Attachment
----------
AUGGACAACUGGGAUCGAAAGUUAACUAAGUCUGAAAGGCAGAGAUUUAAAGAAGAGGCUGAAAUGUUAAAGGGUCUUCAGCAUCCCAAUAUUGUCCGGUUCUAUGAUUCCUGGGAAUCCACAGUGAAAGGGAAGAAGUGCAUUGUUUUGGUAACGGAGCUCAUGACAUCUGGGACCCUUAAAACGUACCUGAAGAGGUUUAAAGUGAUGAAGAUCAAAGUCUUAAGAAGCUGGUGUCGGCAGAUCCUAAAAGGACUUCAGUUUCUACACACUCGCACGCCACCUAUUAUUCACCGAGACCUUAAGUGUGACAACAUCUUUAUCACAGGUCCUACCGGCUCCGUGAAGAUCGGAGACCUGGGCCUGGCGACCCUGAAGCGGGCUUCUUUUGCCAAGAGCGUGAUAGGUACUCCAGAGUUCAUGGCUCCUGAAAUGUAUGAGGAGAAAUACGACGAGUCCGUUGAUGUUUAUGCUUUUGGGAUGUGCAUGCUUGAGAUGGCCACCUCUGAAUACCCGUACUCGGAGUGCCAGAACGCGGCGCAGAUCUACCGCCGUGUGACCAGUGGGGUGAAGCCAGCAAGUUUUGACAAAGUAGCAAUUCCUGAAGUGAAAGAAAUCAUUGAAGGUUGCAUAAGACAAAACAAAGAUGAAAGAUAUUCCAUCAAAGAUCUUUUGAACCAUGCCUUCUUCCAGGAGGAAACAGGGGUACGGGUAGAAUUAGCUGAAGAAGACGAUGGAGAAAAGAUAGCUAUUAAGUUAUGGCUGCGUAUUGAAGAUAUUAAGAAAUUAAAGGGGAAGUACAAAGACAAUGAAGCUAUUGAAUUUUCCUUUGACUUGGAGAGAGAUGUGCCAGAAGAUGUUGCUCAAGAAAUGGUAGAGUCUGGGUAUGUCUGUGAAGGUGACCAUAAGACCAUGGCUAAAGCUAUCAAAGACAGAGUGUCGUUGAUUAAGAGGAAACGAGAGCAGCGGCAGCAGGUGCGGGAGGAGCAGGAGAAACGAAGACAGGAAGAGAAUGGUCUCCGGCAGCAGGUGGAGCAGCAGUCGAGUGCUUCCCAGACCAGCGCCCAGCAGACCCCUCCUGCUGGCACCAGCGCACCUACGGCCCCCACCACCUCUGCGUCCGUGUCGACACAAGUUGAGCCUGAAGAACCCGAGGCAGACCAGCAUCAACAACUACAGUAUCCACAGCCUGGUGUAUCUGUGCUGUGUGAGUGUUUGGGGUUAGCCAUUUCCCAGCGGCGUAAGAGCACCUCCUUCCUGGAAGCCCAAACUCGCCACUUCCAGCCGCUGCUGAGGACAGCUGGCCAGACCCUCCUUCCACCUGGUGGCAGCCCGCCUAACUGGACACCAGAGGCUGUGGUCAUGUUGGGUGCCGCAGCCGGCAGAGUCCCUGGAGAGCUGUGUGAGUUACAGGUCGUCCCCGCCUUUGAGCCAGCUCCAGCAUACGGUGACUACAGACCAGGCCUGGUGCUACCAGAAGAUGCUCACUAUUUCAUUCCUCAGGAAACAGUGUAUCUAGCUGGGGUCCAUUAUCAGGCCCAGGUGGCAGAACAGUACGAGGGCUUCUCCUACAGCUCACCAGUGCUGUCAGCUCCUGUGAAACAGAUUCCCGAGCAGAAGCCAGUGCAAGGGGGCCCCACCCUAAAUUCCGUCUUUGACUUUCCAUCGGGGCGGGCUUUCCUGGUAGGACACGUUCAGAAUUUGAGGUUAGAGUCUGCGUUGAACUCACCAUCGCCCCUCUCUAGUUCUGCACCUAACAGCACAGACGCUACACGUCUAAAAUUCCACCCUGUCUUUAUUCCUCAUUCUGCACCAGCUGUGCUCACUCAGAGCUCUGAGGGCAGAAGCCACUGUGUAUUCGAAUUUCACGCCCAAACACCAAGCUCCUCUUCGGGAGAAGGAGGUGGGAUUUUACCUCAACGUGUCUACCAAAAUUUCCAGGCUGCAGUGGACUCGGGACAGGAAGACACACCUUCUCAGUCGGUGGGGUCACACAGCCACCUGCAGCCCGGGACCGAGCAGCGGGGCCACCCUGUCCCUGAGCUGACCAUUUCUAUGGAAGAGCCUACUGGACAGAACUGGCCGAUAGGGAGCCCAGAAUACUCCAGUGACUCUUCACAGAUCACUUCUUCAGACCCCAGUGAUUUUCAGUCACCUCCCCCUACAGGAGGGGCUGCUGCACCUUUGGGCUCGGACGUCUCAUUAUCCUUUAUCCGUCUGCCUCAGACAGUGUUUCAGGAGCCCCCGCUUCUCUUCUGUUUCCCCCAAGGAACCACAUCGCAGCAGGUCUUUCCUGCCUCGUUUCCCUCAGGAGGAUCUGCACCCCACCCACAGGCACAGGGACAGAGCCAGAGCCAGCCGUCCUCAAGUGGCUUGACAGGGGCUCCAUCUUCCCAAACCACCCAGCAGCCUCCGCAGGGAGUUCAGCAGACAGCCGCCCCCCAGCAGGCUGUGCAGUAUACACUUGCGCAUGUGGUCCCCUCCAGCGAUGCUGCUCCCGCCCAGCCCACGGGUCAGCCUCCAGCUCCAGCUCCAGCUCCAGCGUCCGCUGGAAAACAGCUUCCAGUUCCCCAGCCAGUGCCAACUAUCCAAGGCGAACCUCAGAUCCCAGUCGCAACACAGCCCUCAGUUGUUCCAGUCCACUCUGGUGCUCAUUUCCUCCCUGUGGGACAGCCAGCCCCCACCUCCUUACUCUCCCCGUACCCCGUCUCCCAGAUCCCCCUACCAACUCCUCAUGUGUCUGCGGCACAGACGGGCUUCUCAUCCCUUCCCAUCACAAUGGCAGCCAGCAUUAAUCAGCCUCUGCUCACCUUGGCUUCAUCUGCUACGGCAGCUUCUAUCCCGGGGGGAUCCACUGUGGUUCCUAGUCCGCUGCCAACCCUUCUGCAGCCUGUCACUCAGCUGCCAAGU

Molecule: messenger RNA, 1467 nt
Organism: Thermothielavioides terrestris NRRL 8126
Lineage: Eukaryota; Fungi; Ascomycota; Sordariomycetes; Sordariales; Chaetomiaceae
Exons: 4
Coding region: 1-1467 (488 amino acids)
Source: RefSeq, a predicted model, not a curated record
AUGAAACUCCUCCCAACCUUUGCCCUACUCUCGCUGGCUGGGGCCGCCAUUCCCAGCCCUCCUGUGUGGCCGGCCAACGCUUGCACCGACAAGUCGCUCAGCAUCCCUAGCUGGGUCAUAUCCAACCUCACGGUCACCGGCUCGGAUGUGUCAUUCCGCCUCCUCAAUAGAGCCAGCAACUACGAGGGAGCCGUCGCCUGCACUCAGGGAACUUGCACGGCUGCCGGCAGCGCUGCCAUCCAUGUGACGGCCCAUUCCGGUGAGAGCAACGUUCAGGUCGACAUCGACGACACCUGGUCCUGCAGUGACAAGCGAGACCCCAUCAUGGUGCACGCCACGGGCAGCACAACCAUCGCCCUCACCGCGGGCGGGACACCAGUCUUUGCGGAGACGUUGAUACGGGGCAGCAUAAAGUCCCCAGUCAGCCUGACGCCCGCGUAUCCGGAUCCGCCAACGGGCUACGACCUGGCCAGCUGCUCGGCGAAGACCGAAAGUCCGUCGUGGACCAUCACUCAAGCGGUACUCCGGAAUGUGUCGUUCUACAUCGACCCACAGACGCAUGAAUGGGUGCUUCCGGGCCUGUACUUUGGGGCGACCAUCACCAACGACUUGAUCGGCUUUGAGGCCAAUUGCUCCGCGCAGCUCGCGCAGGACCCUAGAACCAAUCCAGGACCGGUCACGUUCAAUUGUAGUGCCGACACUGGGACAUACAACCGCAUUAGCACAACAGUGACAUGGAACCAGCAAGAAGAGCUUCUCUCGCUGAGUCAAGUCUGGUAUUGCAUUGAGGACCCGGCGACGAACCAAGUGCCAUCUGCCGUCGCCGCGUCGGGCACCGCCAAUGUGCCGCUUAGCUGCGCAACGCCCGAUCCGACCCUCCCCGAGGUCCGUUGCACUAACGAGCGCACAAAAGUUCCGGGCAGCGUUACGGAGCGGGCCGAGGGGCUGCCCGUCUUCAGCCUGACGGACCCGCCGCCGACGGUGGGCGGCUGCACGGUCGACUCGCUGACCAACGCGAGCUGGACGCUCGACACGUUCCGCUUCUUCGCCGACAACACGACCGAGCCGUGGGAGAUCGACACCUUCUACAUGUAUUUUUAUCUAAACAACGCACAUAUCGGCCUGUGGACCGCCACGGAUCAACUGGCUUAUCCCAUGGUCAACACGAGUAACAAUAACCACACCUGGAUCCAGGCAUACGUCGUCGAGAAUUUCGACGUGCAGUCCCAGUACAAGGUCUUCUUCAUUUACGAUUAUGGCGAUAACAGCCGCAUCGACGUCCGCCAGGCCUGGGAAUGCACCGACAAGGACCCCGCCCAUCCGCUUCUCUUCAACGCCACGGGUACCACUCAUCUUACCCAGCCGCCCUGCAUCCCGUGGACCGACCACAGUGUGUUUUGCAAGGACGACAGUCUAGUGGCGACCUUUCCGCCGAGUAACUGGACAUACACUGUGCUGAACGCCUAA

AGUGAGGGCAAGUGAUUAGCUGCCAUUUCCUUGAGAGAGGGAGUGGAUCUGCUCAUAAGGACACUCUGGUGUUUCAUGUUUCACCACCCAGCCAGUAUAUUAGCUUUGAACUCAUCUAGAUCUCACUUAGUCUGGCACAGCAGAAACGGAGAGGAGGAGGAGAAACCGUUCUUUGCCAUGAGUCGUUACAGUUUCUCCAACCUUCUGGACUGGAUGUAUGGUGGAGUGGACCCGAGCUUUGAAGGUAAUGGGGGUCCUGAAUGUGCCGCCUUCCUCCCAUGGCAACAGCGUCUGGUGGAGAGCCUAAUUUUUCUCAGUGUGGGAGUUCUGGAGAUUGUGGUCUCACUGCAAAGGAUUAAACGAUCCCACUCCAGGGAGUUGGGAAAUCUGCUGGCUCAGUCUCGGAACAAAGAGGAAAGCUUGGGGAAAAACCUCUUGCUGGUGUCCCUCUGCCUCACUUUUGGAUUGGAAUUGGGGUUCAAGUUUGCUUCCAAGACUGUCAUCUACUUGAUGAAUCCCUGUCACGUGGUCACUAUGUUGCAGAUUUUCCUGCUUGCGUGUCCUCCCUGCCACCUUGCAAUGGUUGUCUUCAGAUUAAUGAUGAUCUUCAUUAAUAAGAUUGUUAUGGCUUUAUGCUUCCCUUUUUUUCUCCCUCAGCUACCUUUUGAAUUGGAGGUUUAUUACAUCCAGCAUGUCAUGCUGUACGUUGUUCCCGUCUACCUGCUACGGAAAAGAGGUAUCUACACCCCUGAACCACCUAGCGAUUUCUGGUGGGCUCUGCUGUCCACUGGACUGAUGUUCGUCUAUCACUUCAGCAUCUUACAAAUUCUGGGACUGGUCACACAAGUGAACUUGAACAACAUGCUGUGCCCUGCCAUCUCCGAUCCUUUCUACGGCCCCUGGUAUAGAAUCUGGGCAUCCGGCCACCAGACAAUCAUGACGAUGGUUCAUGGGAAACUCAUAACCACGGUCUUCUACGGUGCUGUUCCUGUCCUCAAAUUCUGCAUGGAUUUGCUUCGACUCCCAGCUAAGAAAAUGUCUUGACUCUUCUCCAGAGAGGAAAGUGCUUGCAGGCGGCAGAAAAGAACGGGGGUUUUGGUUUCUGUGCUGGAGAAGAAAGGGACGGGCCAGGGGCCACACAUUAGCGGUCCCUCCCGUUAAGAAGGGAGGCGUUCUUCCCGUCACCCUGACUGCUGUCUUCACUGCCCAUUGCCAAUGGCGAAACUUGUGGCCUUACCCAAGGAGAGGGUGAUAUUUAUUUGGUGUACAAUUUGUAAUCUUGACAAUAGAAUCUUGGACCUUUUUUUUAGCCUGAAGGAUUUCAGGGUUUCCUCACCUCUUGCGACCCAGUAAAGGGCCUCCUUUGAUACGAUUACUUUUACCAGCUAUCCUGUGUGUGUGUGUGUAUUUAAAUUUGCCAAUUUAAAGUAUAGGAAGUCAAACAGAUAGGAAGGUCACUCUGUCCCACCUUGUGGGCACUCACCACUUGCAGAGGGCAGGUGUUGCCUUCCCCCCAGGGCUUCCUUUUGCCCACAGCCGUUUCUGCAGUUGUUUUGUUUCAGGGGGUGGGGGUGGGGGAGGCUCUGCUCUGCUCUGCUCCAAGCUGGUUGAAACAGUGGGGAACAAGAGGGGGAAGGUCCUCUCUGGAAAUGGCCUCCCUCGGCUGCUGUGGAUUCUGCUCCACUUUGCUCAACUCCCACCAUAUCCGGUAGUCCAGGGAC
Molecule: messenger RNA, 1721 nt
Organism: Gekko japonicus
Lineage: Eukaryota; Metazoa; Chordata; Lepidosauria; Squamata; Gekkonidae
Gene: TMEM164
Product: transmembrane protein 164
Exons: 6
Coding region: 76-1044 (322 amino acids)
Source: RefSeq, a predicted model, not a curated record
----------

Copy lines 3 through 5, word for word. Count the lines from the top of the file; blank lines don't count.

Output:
Organism: Thermothielavioides terrestris NRRL 8126
Lineage: Eukaryota; Fungi; Ascomycota; Sordariomycetes; Sordariales; Chaetomiaceae
Exons: 4